Note that the provided issues can be on different Portfolio levels, so the returned children can also be found on different Portfolio levels.


The following code will return all children (without duplicates) of both issues, gathering all children and children's children and so on until no children are found (usually the sub-task level is reached):

Example
key in portfolioChildrenOf("TSTAG-11, TSTAG-12")

Attachments

hasAttachments

Finds the issues with at least one attachment:

JQL Syntax
key in hasAttachments(<JQL>)


As an example, the following JQL returns all issues that have an attachment:

Example
key in hasAttachments("project = TSTAG")

hasAttachment

Finds the issues having an attachment matching the provided REGEX:

JQL Syntax
key in hasAttachment(<JQL>, <file name fragment or REGEX expression>)


Returns the issues having a certain attachment name. You can provide either a fragment of the attachment or a full, valid REGEX expression:

Example
key in hasAttachment("project = TSTAG", ".arc") //returns all issues having an attachment containing ".arc" into the attachment name

Quick Filters

assigneeIsReporter

Finds the issues that have the same assignee as the reporter:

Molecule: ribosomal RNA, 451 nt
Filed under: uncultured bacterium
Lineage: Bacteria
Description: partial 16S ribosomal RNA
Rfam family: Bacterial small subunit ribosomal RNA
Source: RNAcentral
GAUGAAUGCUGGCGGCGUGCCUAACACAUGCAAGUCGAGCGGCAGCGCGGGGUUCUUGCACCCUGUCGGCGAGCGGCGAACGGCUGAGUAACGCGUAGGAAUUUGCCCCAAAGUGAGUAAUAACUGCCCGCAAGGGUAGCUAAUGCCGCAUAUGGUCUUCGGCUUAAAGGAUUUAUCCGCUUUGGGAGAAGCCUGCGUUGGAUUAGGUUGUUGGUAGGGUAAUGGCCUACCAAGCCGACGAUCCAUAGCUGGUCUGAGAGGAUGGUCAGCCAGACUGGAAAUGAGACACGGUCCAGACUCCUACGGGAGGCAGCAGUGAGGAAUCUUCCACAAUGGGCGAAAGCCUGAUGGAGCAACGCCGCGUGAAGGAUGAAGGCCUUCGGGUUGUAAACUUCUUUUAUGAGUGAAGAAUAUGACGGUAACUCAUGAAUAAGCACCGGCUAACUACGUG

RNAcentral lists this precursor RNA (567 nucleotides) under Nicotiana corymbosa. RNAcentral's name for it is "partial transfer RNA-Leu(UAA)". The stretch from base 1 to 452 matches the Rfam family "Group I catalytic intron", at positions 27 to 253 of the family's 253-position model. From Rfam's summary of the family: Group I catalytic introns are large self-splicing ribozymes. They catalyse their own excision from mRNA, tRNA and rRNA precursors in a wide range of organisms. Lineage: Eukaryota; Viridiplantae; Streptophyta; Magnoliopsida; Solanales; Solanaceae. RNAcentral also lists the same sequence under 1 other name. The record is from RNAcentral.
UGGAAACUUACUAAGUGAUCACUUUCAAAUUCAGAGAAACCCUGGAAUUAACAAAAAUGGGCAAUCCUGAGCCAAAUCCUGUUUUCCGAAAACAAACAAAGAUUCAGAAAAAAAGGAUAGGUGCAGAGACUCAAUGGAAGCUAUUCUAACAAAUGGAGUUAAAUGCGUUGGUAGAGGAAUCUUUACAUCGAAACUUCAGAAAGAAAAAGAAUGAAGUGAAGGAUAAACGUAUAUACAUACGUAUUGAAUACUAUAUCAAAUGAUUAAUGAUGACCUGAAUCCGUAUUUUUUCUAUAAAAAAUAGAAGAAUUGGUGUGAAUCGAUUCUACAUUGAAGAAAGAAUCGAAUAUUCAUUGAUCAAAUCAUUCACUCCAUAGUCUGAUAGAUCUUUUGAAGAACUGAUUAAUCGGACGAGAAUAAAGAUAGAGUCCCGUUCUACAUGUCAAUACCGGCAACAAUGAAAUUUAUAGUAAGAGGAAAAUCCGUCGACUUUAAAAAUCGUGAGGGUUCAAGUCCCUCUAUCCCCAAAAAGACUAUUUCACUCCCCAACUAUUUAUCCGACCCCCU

JQL Syntax
key in assigneeIsReporter(<JQL>)

Filter the issues having the same person in both assignee and reporter fields.


SAFe Support

SAFe methodology support is provided by a one-of-a-kind app – SAFE Epic to Feature Translator. You need to install and activate this add-on in order for the following functions to work. Also, they are available starting with version 4.1.5 of Power Scripts™.

featuresOf

Finds issues that are features of the given issue, issue list, or JQL:

JQL Syntax
key in featuresOf(<JQL>)

issuesInFeatures

Finds the issues belonging to the given features or JQL:

JQL Syntax
key in issueInFeatures(<JQL>)


Want more functions?

If you would like more functions, feel free to request them, we'll be happy to help.